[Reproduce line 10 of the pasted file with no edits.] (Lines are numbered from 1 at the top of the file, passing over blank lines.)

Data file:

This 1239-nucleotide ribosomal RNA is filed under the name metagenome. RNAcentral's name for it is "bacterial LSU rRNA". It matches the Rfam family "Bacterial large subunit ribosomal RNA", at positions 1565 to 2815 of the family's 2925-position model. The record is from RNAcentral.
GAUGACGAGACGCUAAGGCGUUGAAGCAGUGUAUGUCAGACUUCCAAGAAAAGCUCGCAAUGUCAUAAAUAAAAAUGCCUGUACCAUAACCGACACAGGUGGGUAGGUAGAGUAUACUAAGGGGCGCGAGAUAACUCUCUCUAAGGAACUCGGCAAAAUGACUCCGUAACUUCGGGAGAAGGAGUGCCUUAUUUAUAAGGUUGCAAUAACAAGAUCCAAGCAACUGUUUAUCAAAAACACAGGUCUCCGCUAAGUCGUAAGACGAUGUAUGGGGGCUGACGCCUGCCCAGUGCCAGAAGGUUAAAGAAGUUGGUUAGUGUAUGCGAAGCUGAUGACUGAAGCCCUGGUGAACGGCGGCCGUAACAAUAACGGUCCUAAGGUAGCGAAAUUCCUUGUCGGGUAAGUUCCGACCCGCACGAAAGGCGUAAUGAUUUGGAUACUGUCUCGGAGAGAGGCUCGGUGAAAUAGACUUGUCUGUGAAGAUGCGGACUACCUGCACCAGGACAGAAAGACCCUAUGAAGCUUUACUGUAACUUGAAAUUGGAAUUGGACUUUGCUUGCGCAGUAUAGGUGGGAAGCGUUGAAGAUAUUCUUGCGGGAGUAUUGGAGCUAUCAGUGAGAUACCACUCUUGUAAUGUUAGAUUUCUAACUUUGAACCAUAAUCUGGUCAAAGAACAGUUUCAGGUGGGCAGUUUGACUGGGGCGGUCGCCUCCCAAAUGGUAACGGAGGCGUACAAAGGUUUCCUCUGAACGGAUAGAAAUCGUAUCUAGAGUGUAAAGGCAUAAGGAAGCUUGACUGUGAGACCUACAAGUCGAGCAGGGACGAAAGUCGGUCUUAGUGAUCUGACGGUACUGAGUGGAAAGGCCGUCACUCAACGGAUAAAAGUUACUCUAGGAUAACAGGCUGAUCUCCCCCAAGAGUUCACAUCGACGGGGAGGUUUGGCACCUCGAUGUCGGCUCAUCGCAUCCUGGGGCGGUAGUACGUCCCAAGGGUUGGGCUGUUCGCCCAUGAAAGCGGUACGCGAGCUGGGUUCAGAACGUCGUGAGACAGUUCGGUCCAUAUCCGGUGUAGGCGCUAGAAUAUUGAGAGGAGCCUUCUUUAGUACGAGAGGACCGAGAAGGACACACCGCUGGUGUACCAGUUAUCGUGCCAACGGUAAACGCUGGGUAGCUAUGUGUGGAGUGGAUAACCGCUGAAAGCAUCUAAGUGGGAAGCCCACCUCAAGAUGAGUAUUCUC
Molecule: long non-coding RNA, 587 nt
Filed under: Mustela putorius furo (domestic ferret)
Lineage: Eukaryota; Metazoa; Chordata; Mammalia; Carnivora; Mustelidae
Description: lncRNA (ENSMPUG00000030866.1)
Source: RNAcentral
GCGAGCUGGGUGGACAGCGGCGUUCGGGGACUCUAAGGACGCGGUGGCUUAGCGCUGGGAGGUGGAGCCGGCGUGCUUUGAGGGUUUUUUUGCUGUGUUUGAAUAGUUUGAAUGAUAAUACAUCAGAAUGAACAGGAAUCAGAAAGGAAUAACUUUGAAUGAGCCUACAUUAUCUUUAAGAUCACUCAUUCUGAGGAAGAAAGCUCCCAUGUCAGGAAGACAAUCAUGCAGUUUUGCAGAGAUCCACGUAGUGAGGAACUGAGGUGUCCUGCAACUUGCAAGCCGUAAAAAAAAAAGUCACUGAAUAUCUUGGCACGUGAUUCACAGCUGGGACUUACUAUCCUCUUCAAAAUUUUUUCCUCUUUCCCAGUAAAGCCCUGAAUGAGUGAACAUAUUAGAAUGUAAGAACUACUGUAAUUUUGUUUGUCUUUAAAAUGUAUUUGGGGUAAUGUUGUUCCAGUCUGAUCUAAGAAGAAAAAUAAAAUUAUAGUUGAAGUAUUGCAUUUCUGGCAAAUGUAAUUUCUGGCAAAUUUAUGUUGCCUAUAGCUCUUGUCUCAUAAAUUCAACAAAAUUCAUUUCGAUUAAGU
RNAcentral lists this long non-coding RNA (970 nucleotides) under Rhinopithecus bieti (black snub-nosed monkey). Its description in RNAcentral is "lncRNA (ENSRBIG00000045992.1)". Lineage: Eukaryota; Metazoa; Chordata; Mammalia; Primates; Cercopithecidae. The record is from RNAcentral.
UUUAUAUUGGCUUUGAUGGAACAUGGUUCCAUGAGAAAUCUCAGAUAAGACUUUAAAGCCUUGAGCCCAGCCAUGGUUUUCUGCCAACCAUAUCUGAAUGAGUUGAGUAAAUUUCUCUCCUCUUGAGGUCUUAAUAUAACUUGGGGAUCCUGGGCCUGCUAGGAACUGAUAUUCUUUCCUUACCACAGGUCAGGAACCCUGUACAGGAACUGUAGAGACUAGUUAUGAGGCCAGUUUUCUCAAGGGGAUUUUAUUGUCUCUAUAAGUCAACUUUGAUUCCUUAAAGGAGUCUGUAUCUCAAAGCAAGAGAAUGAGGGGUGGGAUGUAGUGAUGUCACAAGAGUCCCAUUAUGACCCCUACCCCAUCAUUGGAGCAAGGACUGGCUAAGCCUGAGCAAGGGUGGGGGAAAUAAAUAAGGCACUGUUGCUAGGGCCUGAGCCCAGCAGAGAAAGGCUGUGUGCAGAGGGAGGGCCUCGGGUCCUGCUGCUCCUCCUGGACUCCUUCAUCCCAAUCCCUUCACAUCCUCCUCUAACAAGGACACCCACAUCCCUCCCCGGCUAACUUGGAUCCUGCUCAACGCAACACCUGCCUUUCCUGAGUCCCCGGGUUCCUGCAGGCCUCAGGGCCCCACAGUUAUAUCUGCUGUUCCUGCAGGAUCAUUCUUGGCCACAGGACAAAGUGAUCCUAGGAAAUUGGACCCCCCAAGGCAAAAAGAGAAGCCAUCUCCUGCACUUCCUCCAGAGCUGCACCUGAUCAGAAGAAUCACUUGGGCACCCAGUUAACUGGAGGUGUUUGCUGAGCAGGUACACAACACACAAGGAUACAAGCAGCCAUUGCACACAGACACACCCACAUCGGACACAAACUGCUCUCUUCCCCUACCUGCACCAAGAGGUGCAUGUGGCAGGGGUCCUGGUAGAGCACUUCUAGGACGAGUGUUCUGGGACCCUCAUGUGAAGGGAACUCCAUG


UUUAUAUUGGCUUUGAUGGAACAUGGUUCCAUGAGAAAUCUCAGAUAAGACUUUAAAGCCUUGAGCCCAGCCAUGGUUUUCUGCCAACCAUAUCUGAAUGAGUUGAGUAAAUUUCUCUCCUCUUGAGGUCUUAAUAUAACUUGGGGAUCCUGGGCCUGCUAGGAACUGAUAUUCUUUCCUUACCACAGGUCAGGAACCCUGUACAGGAACUGUAGAGACUAGUUAUGAGGCCAGUUUUCUCAAGGGGAUUUUAUUGUCUCUAUAAGUCAACUUUGAUUCCUUAAAGGAGUCUGUAUCUCAAAGCAAGAGAAUGAGGGGUGGGAUGUAGUGAUGUCACAAGAGUCCCAUUAUGACCCCUACCCCAUCAUUGGAGCAAGGACUGGCUAAGCCUGAGCAAGGGUGGGGGAAAUAAAUAAGGCACUGUUGCUAGGGCCUGAGCCCAGCAGAGAAAGGCUGUGUGCAGAGGGAGGGCCUCGGGUCCUGCUGCUCCUCCUGGACUCCUUCAUCCCAAUCCCUUCACAUCCUCCUCUAACAAGGACACCCACAUCCCUCCCCGGCUAACUUGGAUCCUGCUCAACGCAACACCUGCCUUUCCUGAGUCCCCGGGUUCCUGCAGGCCUCAGGGCCCCACAGUUAUAUCUGCUGUUCCUGCAGGAUCAUUCUUGGCCACAGGACAAAGUGAUCCUAGGAAAUUGGACCCCCCAAGGCAAAAAGAGAAGCCAUCUCCUGCACUUCCUCCAGAGCUGCACCUGAUCAGAAGAAUCACUUGGGCACCCAGUUAACUGGAGGUGUUUGCUGAGCAGGUACACAACACACAAGGAUACAAGCAGCCAUUGCACACAGACACACCCACAUCGGACACAAACUGCUCUCUUCCCCUACCUGCACCAAGAGGUGCAUGUGGCAGGGGUCCUGGUAGAGCACUUCUAGGACGAGUGUUCUGGGACCCUCAUGUGAAGGGAACUCCAUG